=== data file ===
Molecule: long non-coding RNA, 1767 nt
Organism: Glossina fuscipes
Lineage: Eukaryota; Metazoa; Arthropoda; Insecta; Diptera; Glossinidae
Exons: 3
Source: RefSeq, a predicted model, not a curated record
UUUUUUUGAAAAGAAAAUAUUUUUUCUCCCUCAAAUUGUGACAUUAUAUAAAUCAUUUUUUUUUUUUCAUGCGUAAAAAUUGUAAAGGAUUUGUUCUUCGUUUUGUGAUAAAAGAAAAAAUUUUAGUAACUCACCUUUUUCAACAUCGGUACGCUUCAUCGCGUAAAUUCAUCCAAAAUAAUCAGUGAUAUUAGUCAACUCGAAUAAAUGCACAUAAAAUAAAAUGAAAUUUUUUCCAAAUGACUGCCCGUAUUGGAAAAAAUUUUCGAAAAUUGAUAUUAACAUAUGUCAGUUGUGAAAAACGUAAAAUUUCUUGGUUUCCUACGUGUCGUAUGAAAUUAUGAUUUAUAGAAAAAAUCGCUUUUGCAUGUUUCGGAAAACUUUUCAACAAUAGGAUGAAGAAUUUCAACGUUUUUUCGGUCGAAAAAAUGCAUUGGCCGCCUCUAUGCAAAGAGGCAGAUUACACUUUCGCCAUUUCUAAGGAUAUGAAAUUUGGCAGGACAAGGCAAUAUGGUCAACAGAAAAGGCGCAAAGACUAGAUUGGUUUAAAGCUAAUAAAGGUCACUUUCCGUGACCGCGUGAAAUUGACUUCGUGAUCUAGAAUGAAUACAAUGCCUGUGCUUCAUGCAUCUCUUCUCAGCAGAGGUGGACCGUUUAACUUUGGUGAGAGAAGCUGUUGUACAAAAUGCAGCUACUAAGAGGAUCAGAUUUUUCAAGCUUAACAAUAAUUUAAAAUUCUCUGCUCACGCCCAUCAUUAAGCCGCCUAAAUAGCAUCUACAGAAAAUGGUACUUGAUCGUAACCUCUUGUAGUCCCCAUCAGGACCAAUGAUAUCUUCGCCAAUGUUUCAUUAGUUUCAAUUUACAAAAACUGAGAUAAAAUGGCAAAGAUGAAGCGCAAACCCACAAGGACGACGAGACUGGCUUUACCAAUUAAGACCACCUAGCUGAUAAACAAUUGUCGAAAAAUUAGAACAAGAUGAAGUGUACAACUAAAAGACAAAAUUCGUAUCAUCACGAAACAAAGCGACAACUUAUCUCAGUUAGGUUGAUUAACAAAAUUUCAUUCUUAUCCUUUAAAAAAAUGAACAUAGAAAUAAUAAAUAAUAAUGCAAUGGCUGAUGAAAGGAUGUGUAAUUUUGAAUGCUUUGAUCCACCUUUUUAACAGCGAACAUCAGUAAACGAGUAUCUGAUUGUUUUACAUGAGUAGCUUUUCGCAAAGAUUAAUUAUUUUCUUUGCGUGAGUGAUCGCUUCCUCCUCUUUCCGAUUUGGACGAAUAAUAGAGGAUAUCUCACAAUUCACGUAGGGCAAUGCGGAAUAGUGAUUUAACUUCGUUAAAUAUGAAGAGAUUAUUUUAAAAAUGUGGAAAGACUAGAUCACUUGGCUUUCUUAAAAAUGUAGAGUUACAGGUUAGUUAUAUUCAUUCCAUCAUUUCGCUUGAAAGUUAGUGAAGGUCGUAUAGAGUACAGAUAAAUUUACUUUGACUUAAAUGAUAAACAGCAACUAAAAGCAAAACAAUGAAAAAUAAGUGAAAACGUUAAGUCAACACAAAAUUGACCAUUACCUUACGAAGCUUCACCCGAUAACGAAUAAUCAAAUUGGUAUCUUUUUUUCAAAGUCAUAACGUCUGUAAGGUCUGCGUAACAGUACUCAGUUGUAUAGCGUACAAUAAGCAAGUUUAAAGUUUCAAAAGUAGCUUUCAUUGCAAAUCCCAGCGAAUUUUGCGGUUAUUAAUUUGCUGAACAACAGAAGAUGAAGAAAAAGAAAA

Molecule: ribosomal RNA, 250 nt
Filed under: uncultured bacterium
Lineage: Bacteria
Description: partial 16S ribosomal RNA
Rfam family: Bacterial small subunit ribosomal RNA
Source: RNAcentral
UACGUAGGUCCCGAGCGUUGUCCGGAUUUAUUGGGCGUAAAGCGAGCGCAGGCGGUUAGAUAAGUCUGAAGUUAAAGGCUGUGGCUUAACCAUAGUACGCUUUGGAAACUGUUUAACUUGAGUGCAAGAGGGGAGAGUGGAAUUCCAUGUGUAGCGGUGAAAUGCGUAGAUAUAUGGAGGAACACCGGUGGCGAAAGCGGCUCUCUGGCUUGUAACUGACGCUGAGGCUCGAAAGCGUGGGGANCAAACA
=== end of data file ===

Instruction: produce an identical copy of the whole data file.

Molecule: long non-coding RNA, 1767 nt
Organism: Glossina fuscipes
Lineage: Eukaryota; Metazoa; Arthropoda; Insecta; Diptera; Glossinidae
Exons: 3
Source: RefSeq, a predicted model, not a curated record
UUUUUUUGAAAAGAAAAUAUUUUUUCUCCCUCAAAUUGUGACAUUAUAUAAAUCAUUUUUUUUUUUUCAUGCGUAAAAAUUGUAAAGGAUUUGUUCUUCGUUUUGUGAUAAAAGAAAAAAUUUUAGUAACUCACCUUUUUCAACAUCGGUACGCUUCAUCGCGUAAAUUCAUCCAAAAUAAUCAGUGAUAUUAGUCAACUCGAAUAAAUGCACAUAAAAUAAAAUGAAAUUUUUUCCAAAUGACUGCCCGUAUUGGAAAAAAUUUUCGAAAAUUGAUAUUAACAUAUGUCAGUUGUGAAAAACGUAAAAUUUCUUGGUUUCCUACGUGUCGUAUGAAAUUAUGAUUUAUAGAAAAAAUCGCUUUUGCAUGUUUCGGAAAACUUUUCAACAAUAGGAUGAAGAAUUUCAACGUUUUUUCGGUCGAAAAAAUGCAUUGGCCGCCUCUAUGCAAAGAGGCAGAUUACACUUUCGCCAUUUCUAAGGAUAUGAAAUUUGGCAGGACAAGGCAAUAUGGUCAACAGAAAAGGCGCAAAGACUAGAUUGGUUUAAAGCUAAUAAAGGUCACUUUCCGUGACCGCGUGAAAUUGACUUCGUGAUCUAGAAUGAAUACAAUGCCUGUGCUUCAUGCAUCUCUUCUCAGCAGAGGUGGACCGUUUAACUUUGGUGAGAGAAGCUGUUGUACAAAAUGCAGCUACUAAGAGGAUCAGAUUUUUCAAGCUUAACAAUAAUUUAAAAUUCUCUGCUCACGCCCAUCAUUAAGCCGCCUAAAUAGCAUCUACAGAAAAUGGUACUUGAUCGUAACCUCUUGUAGUCCCCAUCAGGACCAAUGAUAUCUUCGCCAAUGUUUCAUUAGUUUCAAUUUACAAAAACUGAGAUAAAAUGGCAAAGAUGAAGCGCAAACCCACAAGGACGACGAGACUGGCUUUACCAAUUAAGACCACCUAGCUGAUAAACAAUUGUCGAAAAAUUAGAACAAGAUGAAGUGUACAACUAAAAGACAAAAUUCGUAUCAUCACGAAACAAAGCGACAACUUAUCUCAGUUAGGUUGAUUAACAAAAUUUCAUUCUUAUCCUUUAAAAAAAUGAACAUAGAAAUAAUAAAUAAUAAUGCAAUGGCUGAUGAAAGGAUGUGUAAUUUUGAAUGCUUUGAUCCACCUUUUUAACAGCGAACAUCAGUAAACGAGUAUCUGAUUGUUUUACAUGAGUAGCUUUUCGCAAAGAUUAAUUAUUUUCUUUGCGUGAGUGAUCGCUUCCUCCUCUUUCCGAUUUGGACGAAUAAUAGAGGAUAUCUCACAAUUCACGUAGGGCAAUGCGGAAUAGUGAUUUAACUUCGUUAAAUAUGAAGAGAUUAUUUUAAAAAUGUGGAAAGACUAGAUCACUUGGCUUUCUUAAAAAUGUAGAGUUACAGGUUAGUUAUAUUCAUUCCAUCAUUUCGCUUGAAAGUUAGUGAAGGUCGUAUAGAGUACAGAUAAAUUUACUUUGACUUAAAUGAUAAACAGCAACUAAAAGCAAAACAAUGAAAAAUAAGUGAAAACGUUAAGUCAACACAAAAUUGACCAUUACCUUACGAAGCUUCACCCGAUAACGAAUAAUCAAAUUGGUAUCUUUUUUUCAAAGUCAUAACGUCUGUAAGGUCUGCGUAACAGUACUCAGUUGUAUAGCGUACAAUAAGCAAGUUUAAAGUUUCAAAAGUAGCUUUCAUUGCAAAUCCCAGCGAAUUUUGCGGUUAUUAAUUUGCUGAACAACAGAAGAUGAAGAAAAAGAAAA

Molecule: ribosomal RNA, 250 nt
Filed under: uncultured bacterium
Lineage: Bacteria
Description: partial 16S ribosomal RNA
Rfam family: Bacterial small subunit ribosomal RNA
Source: RNAcentral
UACGUAGGUCCCGAGCGUUGUCCGGAUUUAUUGGGCGUAAAGCGAGCGCAGGCGGUUAGAUAAGUCUGAAGUUAAAGGCUGUGGCUUAACCAUAGUACGCUUUGGAAACUGUUUAACUUGAGUGCAAGAGGGGAGAGUGGAAUUCCAUGUGUAGCGGUGAAAUGCGUAGAUAUAUGGAGGAACACCGGUGGCGAAAGCGGCUCUCUGGCUUGUAACUGACGCUGAGGCUCGAAAGCGUGGGGANCAAACA